Less Corn = Higher Ethanol Prices. And The Sun Will Rise in the East Tomorrow.

Glenn Swanson
by Glenn Swanson
less corn higher ethanol prices and the sun will rise in the east tomorrow

Higher corn prices could soon be passed on to those filling their cars up with ethanol, says CNNMoney. The increasing cost of growing corn, along with favorable prices for other crops such as soybeans could fuel a decrease in corn production. Even though ethanol is heavily subsidized, it has contributed to the rise in corn prices, which has hurt poultry, beef and pork companies who use corn to feed their animals. But a decrease in corn production would also be bad news for the corn-juice industry. According to the Renewable Fuels Association, the number of ethanol plants has increased from 50 in 1999, to 134 today, with more plants on the drawing board. Given that, on average, a 100m gallon-per-year ethanol plant consumes about 33 million bushels of corn, more ethanol plants and less corn could spell trouble ahead. The decreased supply could drive corn prices even higher, which would offset any possible "advantages" corn-based ethanol was supposed to offer.

Join the conversation
4 of 6 comments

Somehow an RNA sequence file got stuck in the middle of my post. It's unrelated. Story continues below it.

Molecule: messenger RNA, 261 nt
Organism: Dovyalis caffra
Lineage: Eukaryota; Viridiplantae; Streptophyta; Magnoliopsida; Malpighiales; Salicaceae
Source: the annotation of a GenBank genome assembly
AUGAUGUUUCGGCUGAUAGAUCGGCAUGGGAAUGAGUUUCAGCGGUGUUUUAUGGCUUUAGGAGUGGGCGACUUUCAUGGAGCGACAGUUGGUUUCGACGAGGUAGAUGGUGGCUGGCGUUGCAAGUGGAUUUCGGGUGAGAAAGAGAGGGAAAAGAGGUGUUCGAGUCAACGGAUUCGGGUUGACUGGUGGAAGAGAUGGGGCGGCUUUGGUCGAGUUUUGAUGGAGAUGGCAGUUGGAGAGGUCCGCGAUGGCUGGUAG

• Landcrusher Landcrusher on Mar 31, 2008

    I just hope we can go back to getting Cola made with sugar cane instead of corn syrup. Then we would at least get a silver lining out of this fiasco.

  • Kph Kph on Mar 31, 2008

    There are existing techniques to make ethanol from so many feedstocks other than corn. Why the government would choose a staple food crop for its ethanol subsidies is beyond me. Enough of this already. Anyone know who in Congress we should spam? Or if this is on their radar at all?

  • John R John R on Mar 31, 2008
    @kph I think we have the farmers to thank for the focus on corn.

  • Grinchsmate Grinchsmate on Mar 31, 2008

    as a weat farmers son in australia who has absolutly no intrest in the nvironment can i just say please please please please keep buring your corn its doing wonders for our grain prices